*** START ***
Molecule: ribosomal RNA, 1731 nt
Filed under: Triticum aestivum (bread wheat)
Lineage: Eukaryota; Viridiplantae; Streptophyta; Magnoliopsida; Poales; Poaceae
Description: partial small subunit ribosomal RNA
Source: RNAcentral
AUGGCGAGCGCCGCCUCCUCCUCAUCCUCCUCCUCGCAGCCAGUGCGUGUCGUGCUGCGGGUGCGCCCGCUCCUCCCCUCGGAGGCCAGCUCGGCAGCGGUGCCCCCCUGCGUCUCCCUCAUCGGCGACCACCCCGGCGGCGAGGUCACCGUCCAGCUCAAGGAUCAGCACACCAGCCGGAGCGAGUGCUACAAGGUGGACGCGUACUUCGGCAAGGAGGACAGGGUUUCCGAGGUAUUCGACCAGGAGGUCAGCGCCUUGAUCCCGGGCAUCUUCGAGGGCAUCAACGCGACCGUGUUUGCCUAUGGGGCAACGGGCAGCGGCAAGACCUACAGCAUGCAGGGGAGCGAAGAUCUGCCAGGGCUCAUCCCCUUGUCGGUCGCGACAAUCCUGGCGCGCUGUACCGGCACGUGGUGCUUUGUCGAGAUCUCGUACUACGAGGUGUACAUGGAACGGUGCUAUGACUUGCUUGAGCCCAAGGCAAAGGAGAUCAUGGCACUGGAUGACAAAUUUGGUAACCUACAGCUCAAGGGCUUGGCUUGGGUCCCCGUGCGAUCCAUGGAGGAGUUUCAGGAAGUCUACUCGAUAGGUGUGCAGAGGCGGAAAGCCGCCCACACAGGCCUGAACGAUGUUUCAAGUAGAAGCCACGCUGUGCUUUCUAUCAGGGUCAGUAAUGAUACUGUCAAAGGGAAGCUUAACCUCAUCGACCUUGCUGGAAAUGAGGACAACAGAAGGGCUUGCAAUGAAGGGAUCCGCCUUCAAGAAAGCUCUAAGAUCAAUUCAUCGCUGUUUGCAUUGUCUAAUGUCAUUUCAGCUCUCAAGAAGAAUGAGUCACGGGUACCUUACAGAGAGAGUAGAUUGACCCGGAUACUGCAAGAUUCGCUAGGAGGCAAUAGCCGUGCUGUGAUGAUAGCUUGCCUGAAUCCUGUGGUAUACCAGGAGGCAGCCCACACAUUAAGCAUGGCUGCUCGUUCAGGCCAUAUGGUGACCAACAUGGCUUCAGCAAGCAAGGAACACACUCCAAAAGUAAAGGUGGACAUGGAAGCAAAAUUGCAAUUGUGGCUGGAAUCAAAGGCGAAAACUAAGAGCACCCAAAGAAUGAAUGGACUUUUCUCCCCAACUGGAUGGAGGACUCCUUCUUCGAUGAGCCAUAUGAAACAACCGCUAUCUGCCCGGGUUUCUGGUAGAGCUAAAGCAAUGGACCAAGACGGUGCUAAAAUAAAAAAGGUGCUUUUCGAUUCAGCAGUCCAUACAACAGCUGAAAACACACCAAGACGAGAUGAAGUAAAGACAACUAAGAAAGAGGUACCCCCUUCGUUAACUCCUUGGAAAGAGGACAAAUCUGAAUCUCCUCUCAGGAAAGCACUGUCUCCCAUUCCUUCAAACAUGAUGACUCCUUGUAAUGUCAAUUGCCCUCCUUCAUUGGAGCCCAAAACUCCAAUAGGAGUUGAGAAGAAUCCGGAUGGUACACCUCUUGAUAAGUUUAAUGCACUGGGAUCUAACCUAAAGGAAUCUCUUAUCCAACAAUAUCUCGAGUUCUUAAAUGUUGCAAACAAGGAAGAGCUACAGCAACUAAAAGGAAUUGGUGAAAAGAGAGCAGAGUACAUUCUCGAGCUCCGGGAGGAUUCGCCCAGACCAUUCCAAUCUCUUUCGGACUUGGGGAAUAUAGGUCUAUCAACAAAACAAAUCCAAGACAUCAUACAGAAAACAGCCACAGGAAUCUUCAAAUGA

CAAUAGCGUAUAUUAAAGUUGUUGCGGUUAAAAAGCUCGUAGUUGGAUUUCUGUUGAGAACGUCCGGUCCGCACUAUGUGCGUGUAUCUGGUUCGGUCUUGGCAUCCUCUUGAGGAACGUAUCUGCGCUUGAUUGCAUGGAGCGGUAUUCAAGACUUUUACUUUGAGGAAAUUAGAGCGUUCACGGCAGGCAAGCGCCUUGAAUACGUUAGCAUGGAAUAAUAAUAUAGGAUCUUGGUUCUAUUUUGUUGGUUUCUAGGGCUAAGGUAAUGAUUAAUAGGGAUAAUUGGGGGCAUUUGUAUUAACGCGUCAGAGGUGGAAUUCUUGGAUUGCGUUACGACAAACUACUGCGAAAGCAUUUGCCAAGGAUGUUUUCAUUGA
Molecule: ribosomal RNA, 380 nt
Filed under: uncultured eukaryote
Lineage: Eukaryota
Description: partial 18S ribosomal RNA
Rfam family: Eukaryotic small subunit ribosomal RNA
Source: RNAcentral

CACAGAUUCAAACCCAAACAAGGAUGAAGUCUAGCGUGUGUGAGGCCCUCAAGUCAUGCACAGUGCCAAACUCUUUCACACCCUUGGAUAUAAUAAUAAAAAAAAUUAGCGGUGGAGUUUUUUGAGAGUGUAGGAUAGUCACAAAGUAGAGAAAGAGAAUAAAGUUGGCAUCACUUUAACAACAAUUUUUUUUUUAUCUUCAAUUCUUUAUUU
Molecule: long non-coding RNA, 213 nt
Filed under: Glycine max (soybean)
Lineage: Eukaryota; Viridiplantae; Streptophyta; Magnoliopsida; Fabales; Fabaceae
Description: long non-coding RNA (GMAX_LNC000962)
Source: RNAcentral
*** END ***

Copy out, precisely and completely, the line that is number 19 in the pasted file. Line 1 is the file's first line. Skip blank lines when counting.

Source: RNAcentral